The development and use of artificial intelligence (AI) for healthcare applications – including radiology – took a major step forward in the past year. Moreover, there’s no sign of AI advancement slowing down in 2018.
For many women, getting a call back from the doctor’s office informing them of an abnormality on their mammogram is scary, if not terrifying.
But an abnormal mammogram doesn’t necessarily mean you have cancer. In fact, the numbers are heavily in your favor to begin with: the American Cancer Society reports that only 10% of women are called back for more tests following their initial mammogram, and only 8 to 10% of those called back will need a biopsy to determine if cancer is present.
The fields of healthcare and medicine have embraced a steady stream of new technology in the past several years and the future is destined to bring more of the same. That includes the field of radiology, in which the future promises to hold even greater value to patients.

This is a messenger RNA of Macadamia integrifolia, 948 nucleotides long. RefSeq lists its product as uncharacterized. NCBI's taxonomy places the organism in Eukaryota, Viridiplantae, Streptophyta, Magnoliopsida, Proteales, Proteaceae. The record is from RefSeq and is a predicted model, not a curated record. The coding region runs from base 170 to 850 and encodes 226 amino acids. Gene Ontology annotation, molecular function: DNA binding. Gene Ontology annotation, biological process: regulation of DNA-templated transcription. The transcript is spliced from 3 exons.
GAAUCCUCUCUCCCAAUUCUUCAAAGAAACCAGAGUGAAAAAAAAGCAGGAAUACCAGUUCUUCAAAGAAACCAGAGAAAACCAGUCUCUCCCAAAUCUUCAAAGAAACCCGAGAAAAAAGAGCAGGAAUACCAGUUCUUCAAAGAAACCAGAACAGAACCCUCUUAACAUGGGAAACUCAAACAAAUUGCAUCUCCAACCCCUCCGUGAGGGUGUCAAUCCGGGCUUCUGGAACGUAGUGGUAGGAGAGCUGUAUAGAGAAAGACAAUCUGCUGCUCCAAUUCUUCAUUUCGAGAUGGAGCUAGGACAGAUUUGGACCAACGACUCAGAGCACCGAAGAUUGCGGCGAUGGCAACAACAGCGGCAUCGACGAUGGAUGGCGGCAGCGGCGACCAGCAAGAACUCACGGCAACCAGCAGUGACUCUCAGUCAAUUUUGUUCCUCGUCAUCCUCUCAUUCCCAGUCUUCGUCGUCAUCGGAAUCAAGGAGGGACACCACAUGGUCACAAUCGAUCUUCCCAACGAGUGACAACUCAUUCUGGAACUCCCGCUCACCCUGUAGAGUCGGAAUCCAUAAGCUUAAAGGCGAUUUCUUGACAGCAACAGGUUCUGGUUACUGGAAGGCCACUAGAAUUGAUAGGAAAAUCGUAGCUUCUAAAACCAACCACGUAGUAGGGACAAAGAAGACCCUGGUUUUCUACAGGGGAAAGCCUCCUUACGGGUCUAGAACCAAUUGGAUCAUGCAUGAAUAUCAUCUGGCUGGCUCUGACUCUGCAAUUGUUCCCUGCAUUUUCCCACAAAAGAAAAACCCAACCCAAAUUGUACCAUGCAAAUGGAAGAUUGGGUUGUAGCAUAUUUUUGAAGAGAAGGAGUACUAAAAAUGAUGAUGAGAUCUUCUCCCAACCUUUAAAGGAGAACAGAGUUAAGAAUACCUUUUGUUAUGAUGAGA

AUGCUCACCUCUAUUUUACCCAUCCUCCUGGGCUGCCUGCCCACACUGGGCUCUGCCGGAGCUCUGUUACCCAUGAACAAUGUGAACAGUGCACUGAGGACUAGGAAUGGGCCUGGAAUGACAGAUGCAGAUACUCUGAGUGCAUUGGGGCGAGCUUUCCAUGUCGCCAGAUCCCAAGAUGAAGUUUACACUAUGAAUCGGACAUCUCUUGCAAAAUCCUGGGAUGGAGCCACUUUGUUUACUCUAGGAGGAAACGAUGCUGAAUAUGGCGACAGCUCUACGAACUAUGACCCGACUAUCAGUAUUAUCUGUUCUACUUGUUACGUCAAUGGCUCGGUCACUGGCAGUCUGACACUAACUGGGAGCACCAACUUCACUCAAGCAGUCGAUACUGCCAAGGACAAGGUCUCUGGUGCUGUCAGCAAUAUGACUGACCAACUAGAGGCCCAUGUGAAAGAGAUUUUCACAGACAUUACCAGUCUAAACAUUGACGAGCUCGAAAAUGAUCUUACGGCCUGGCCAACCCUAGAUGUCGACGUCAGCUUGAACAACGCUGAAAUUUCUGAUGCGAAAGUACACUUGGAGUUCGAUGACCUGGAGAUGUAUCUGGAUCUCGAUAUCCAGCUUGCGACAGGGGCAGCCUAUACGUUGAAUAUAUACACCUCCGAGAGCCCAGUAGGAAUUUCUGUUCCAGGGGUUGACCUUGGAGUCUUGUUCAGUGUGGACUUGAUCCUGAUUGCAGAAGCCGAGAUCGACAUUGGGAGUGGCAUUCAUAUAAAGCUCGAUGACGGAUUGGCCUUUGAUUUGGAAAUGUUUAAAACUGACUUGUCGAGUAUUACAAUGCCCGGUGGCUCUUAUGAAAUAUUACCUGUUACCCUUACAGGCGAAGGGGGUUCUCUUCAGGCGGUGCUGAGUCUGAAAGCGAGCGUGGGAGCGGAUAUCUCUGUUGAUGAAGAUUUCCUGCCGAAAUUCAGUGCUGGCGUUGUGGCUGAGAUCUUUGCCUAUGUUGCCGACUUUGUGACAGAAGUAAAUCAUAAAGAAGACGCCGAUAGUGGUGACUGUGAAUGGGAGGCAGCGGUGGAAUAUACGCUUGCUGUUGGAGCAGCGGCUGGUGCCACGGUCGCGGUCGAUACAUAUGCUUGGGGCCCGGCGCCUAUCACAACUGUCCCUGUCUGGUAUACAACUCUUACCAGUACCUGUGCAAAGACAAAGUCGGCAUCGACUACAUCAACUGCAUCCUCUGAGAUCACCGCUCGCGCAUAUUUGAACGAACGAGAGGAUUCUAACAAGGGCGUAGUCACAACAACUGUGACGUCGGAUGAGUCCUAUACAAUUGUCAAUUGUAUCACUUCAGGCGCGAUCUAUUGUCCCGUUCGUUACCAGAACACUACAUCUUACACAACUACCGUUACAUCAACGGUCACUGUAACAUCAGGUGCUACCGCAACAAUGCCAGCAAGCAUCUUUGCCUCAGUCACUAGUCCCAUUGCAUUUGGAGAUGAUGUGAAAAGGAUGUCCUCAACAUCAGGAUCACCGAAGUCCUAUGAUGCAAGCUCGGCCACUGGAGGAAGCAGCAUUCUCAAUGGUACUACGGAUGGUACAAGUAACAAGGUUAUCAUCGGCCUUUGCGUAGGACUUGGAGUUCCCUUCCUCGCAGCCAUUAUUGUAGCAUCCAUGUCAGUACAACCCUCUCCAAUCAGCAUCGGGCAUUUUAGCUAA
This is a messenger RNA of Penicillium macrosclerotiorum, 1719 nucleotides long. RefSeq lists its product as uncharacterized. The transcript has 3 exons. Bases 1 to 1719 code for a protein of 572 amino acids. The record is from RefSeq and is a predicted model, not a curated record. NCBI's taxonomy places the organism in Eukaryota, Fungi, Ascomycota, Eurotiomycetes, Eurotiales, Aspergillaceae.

Magnetic Resonance Imaging (MRI) of the brain involves the use of a magnetic field and radio waves to produce detailed images of the brain and brain stem. MRIs help doctors detect a variety of conditions of the brain, including tumors, cysts, bleeding, swelling, and more.
While a routine screening mammogram won’t prevent breast cancer, it does save countless lives by detecting the disease as early as possible. The Mayo Clinic cites research in which regular screening mammograms have reduced breast cancer deaths by 30% in the U.S. alone.